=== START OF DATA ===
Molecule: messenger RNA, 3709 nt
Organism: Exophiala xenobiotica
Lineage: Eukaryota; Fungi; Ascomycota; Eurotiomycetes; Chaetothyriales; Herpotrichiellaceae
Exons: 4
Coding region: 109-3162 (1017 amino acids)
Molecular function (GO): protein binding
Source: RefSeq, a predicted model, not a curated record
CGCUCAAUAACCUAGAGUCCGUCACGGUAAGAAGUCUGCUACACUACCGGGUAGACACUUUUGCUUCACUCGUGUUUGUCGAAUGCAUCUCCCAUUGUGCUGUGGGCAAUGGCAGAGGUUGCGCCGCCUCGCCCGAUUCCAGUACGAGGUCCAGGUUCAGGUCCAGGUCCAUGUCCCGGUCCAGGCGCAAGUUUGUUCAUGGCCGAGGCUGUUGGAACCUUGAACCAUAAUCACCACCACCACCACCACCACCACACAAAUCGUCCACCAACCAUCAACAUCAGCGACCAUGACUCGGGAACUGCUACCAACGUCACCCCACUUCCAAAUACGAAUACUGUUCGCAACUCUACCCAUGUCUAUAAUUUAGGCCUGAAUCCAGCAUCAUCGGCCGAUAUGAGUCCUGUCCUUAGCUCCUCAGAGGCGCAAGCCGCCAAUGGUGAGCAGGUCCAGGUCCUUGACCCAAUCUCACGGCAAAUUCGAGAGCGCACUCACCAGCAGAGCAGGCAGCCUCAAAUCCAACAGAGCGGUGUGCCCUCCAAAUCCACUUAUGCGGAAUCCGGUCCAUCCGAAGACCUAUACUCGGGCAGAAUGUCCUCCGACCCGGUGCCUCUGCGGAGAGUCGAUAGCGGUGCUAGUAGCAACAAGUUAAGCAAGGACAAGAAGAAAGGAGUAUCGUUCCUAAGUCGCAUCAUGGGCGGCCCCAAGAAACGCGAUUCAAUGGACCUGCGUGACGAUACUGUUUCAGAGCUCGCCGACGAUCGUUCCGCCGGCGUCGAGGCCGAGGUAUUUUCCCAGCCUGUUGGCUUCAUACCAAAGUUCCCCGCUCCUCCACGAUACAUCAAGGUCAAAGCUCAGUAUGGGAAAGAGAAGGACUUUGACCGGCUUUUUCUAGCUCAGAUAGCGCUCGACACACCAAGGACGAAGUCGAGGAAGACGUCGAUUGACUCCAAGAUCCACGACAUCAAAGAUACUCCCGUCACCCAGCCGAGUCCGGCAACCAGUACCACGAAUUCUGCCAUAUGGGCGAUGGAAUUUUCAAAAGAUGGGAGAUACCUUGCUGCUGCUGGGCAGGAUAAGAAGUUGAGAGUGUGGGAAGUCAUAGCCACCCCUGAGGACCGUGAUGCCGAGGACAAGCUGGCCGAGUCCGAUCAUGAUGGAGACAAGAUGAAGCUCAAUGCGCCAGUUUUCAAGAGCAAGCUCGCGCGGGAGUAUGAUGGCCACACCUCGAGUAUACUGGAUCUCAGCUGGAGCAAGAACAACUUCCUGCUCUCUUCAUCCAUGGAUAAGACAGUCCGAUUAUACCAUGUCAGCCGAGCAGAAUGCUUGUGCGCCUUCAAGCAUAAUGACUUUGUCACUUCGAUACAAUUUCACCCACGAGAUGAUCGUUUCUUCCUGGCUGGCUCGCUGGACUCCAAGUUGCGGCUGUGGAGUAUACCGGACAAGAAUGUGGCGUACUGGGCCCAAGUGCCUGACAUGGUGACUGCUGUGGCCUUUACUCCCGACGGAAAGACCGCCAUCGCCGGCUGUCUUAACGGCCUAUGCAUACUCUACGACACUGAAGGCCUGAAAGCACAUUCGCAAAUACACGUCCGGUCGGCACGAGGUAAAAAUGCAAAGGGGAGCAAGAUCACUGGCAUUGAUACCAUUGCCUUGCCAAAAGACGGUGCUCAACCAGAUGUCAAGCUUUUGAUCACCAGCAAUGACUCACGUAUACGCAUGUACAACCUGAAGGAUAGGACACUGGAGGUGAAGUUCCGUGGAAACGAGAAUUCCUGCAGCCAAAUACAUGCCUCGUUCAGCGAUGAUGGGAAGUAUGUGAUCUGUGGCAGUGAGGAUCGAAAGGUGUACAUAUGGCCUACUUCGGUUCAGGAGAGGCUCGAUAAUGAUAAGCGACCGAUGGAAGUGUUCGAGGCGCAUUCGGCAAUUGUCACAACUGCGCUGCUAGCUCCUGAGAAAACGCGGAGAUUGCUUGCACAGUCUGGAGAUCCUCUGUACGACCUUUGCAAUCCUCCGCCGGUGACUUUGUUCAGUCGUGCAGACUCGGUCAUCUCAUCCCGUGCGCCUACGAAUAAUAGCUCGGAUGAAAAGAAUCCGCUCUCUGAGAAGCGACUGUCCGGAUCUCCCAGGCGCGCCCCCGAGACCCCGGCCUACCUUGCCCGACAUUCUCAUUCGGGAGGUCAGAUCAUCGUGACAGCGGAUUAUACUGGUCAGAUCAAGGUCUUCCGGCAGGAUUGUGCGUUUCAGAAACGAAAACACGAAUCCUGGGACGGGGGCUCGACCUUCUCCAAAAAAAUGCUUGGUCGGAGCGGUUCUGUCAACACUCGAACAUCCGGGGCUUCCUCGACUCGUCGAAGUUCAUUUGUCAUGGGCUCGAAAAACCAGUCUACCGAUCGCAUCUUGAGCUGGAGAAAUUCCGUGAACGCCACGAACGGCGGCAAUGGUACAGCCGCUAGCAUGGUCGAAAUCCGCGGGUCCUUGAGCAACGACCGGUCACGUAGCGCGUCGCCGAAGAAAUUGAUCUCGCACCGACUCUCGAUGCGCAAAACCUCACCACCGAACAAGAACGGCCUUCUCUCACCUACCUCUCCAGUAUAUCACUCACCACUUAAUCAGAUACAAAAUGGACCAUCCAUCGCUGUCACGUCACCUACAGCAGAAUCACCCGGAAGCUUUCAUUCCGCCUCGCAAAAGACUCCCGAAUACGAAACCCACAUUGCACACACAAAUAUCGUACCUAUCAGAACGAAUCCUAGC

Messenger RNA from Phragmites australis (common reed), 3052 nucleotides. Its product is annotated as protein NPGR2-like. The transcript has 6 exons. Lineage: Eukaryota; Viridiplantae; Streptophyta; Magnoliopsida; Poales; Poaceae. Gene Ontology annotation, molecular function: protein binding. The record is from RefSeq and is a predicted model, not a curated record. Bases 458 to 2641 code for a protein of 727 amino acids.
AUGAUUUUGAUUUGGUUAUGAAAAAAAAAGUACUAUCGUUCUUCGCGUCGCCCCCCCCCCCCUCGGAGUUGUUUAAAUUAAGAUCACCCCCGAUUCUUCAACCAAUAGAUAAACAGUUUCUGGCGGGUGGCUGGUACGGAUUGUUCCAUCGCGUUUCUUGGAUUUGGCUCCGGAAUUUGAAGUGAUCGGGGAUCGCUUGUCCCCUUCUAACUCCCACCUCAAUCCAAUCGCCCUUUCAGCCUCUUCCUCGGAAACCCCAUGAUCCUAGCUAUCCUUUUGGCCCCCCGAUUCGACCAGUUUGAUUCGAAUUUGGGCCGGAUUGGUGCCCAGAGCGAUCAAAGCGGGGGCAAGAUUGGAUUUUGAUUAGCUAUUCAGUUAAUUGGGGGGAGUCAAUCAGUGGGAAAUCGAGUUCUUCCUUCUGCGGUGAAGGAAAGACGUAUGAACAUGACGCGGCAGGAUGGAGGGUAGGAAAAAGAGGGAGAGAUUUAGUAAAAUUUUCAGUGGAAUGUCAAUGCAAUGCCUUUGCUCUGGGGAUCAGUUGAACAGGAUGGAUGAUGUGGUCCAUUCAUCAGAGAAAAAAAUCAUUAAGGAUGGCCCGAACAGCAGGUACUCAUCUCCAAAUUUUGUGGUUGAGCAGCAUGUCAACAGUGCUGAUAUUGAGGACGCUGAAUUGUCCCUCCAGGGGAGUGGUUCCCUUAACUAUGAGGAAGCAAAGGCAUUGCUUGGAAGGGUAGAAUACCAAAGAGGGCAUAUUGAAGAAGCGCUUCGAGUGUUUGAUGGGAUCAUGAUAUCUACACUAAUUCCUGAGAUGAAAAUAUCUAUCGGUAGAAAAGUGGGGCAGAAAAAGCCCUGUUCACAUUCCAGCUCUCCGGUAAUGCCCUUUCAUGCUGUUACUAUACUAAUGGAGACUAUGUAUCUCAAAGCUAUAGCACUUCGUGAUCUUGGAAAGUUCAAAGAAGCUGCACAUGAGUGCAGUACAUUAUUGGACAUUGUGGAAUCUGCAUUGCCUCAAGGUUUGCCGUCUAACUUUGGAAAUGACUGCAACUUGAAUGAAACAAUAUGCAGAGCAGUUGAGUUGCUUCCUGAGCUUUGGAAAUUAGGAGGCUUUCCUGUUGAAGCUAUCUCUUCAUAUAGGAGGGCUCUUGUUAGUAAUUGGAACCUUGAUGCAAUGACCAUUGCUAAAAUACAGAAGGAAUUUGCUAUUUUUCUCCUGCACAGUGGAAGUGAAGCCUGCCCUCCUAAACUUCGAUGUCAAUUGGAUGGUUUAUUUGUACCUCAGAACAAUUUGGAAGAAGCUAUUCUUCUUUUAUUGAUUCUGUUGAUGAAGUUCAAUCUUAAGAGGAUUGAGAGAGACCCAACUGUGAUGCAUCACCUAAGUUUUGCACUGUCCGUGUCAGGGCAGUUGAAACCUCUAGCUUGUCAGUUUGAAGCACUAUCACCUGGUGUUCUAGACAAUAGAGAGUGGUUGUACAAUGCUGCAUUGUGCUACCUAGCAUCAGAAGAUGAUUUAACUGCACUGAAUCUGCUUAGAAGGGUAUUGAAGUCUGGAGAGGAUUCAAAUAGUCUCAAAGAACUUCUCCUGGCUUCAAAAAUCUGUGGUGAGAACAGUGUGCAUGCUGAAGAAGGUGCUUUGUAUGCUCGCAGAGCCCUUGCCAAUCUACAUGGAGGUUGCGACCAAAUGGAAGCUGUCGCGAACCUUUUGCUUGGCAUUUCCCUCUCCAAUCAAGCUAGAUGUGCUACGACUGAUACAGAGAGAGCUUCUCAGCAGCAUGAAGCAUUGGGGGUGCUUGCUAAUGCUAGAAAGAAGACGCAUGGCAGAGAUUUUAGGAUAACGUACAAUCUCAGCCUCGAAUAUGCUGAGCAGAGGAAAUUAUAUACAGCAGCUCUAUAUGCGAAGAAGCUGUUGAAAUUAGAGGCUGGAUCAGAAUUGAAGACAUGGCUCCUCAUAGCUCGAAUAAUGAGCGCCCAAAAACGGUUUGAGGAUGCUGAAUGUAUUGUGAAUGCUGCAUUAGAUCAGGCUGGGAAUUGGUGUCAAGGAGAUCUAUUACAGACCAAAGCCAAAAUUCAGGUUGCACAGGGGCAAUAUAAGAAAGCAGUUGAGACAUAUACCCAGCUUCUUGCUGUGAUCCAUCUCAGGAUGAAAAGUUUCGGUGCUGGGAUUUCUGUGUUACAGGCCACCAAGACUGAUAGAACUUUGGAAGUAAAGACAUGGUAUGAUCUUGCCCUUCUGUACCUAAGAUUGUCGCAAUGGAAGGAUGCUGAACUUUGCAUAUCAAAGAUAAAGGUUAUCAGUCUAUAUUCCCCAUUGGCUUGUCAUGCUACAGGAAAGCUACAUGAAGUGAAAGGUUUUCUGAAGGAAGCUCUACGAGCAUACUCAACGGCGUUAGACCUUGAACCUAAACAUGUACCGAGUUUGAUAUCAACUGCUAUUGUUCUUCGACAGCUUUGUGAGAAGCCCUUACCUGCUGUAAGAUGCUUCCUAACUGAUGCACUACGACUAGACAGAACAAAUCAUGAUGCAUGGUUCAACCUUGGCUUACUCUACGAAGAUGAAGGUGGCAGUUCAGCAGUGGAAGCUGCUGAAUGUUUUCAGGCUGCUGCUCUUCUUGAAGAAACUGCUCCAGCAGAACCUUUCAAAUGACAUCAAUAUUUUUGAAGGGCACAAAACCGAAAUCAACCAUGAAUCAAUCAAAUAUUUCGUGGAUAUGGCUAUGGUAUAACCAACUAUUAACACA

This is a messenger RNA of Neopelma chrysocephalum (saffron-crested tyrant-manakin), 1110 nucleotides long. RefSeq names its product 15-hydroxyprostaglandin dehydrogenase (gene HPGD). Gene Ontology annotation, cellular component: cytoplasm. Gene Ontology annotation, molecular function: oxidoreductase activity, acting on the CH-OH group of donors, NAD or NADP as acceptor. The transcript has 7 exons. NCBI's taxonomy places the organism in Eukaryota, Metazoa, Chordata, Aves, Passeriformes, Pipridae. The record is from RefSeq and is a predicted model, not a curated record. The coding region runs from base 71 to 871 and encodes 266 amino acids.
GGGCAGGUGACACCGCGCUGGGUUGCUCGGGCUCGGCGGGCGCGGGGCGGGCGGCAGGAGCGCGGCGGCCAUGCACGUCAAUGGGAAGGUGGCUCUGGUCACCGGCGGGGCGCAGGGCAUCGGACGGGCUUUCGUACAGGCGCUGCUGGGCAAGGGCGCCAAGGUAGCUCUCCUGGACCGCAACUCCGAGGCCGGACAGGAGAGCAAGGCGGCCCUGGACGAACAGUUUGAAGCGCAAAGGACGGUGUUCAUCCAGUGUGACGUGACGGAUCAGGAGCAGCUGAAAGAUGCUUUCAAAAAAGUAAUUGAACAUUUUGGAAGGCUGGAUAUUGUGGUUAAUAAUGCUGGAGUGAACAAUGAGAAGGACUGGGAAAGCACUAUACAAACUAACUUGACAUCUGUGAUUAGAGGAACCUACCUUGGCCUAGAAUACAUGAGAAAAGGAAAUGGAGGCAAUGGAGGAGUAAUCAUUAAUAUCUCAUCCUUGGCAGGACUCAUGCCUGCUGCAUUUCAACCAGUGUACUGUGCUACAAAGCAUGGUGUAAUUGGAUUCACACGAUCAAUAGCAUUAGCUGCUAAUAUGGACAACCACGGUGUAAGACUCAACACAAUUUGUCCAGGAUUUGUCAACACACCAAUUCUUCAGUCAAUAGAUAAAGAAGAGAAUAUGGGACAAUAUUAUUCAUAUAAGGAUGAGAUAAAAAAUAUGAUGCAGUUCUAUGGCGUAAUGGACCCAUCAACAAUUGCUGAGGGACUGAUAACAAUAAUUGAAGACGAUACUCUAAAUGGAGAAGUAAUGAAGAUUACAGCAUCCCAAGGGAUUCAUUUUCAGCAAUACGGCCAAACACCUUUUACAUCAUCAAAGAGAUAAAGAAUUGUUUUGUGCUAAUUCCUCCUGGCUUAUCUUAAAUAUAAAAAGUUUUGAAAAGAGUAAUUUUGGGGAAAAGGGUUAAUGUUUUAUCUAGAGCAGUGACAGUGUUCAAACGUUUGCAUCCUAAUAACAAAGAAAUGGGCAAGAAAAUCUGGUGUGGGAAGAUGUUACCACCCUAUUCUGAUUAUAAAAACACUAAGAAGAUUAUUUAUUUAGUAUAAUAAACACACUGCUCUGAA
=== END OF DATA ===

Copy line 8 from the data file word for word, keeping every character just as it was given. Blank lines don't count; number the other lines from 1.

CGCUCAAUAACCUAGAGUCCGUCACGGUAAGAAGUCUGCUACACUACCGGGUAGACACUUUUGCUUCACUCGUGUUUGUCGAAUGCAUCUCCCAUUGUGCUGUGGGCAAUGGCAGAGGUUGCGCCGCCUCGCCCGAUUCCAGUACGAGGUCCAGGUUCAGGUCCAGGUCCAUGUCCCGGUCCAGGCGCAAGUUUGUUCAUGGCCGAGGCUGUUGGAACCUUGAACCAUAAUCACCACCACCACCACCACCACCACACAAAUCGUCCACCAACCAUCAACAUCAGCGACCAUGACUCGGGAACUGCUACCAACGUCACCCCACUUCCAAAUACGAAUACUGUUCGCAACUCUACCCAUGUCUAUAAUUUAGGCCUGAAUCCAGCAUCAUCGGCCGAUAUGAGUCCUGUCCUUAGCUCCUCAGAGGCGCAAGCCGCCAAUGGUGAGCAGGUCCAGGUCCUUGACCCAAUCUCACGGCAAAUUCGAGAGCGCACUCACCAGCAGAGCAGGCAGCCUCAAAUCCAACAGAGCGGUGUGCCCUCCAAAUCCACUUAUGCGGAAUCCGGUCCAUCCGAAGACCUAUACUCGGGCAGAAUGUCCUCCGACCCGGUGCCUCUGCGGAGAGUCGAUAGCGGUGCUAGUAGCAACAAGUUAAGCAAGGACAAGAAGAAAGGAGUAUCGUUCCUAAGUCGCAUCAUGGGCGGCCCCAAGAAACGCGAUUCAAUGGACCUGCGUGACGAUACUGUUUCAGAGCUCGCCGACGAUCGUUCCGCCGGCGUCGAGGCCGAGGUAUUUUCCCAGCCUGUUGGCUUCAUACCAAAGUUCCCCGCUCCUCCACGAUACAUCAAGGUCAAAGCUCAGUAUGGGAAAGAGAAGGACUUUGACCGGCUUUUUCUAGCUCAGAUAGCGCUCGACACACCAAGGACGAAGUCGAGGAAGACGUCGAUUGACUCCAAGAUCCACGACAUCAAAGAUACUCCCGUCACCCAGCCGAGUCCGGCAACCAGUACCACGAAUUCUGCCAUAUGGGCGAUGGAAUUUUCAAAAGAUGGGAGAUACCUUGCUGCUGCUGGGCAGGAUAAGAAGUUGAGAGUGUGGGAAGUCAUAGCCACCCCUGAGGACCGUGAUGCCGAGGACAAGCUGGCCGAGUCCGAUCAUGAUGGAGACAAGAUGAAGCUCAAUGCGCCAGUUUUCAAGAGCAAGCUCGCGCGGGAGUAUGAUGGCCACACCUCGAGUAUACUGGAUCUCAGCUGGAGCAAGAACAACUUCCUGCUCUCUUCAUCCAUGGAUAAGACAGUCCGAUUAUACCAUGUCAGCCGAGCAGAAUGCUUGUGCGCCUUCAAGCAUAAUGACUUUGUCACUUCGAUACAAUUUCACCCACGAGAUGAUCGUUUCUUCCUGGCUGGCUCGCUGGACUCCAAGUUGCGGCUGUGGAGUAUACCGGACAAGAAUGUGGCGUACUGGGCCCAAGUGCCUGACAUGGUGACUGCUGUGGCCUUUACUCCCGACGGAAAGACCGCCAUCGCCGGCUGUCUUAACGGCCUAUGCAUACUCUACGACACUGAAGGCCUGAAAGCACAUUCGCAAAUACACGUCCGGUCGGCACGAGGUAAAAAUGCAAAGGGGAGCAAGAUCACUGGCAUUGAUACCAUUGCCUUGCCAAAAGACGGUGCUCAACCAGAUGUCAAGCUUUUGAUCACCAGCAAUGACUCACGUAUACGCAUGUACAACCUGAAGGAUAGGACACUGGAGGUGAAGUUCCGUGGAAACGAGAAUUCCUGCAGCCAAAUACAUGCCUCGUUCAGCGAUGAUGGGAAGUAUGUGAUCUGUGGCAGUGAGGAUCGAAAGGUGUACAUAUGGCCUACUUCGGUUCAGGAGAGGCUCGAUAAUGAUAAGCGACCGAUGGAAGUGUUCGAGGCGCAUUCGGCAAUUGUCACAACUGCGCUGCUAGCUCCUGAGAAAACGCGGAGAUUGCUUGCACAGUCUGGAGAUCCUCUGUACGACCUUUGCAAUCCUCCGCCGGUGACUUUGUUCAGUCGUGCAGACUCGGUCAUCUCAUCCCGUGCGCCUACGAAUAAUAGCUCGGAUGAAAAGAAUCCGCUCUCUGAGAAGCGACUGUCCGGAUCUCCCAGGCGCGCCCCCGAGACCCCGGCCUACCUUGCCCGACAUUCUCAUUCGGGAGGUCAGAUCAUCGUGACAGCGGAUUAUACUGGUCAGAUCAAGGUCUUCCGGCAGGAUUGUGCGUUUCAGAAACGAAAACACGAAUCCUGGGACGGGGGCUCGACCUUCUCCAAAAAAAUGCUUGGUCGGAGCGGUUCUGUCAACACUCGAACAUCCGGGGCUUCCUCGACUCGUCGAAGUUCAUUUGUCAUGGGCUCGAAAAACCAGUCUACCGAUCGCAUCUUGAGCUGGAGAAAUUCCGUGAACGCCACGAACGGCGGCAAUGGUACAGCCGCUAGCAUGGUCGAAAUCCGCGGGUCCUUGAGCAACGACCGGUCACGUAGCGCGUCGCCGAAGAAAUUGAUCUCGCACCGACUCUCGAUGCGCAAAACCUCACCACCGAACAAGAACGGCCUUCUCUCACCUACCUCUCCAGUAUAUCACUCACCACUUAAUCAGAUACAAAAUGGACCAUCCAUCGCUGUCACGUCACCUACAGCAGAAUCACCCGGAAGCUUUCAUUCCGCCUCGCAAAAGACUCCCGAAUACGAAACCCACAUUGCACACACAAAUAUCGUACCUAUCAGAACGAAUCCUAGC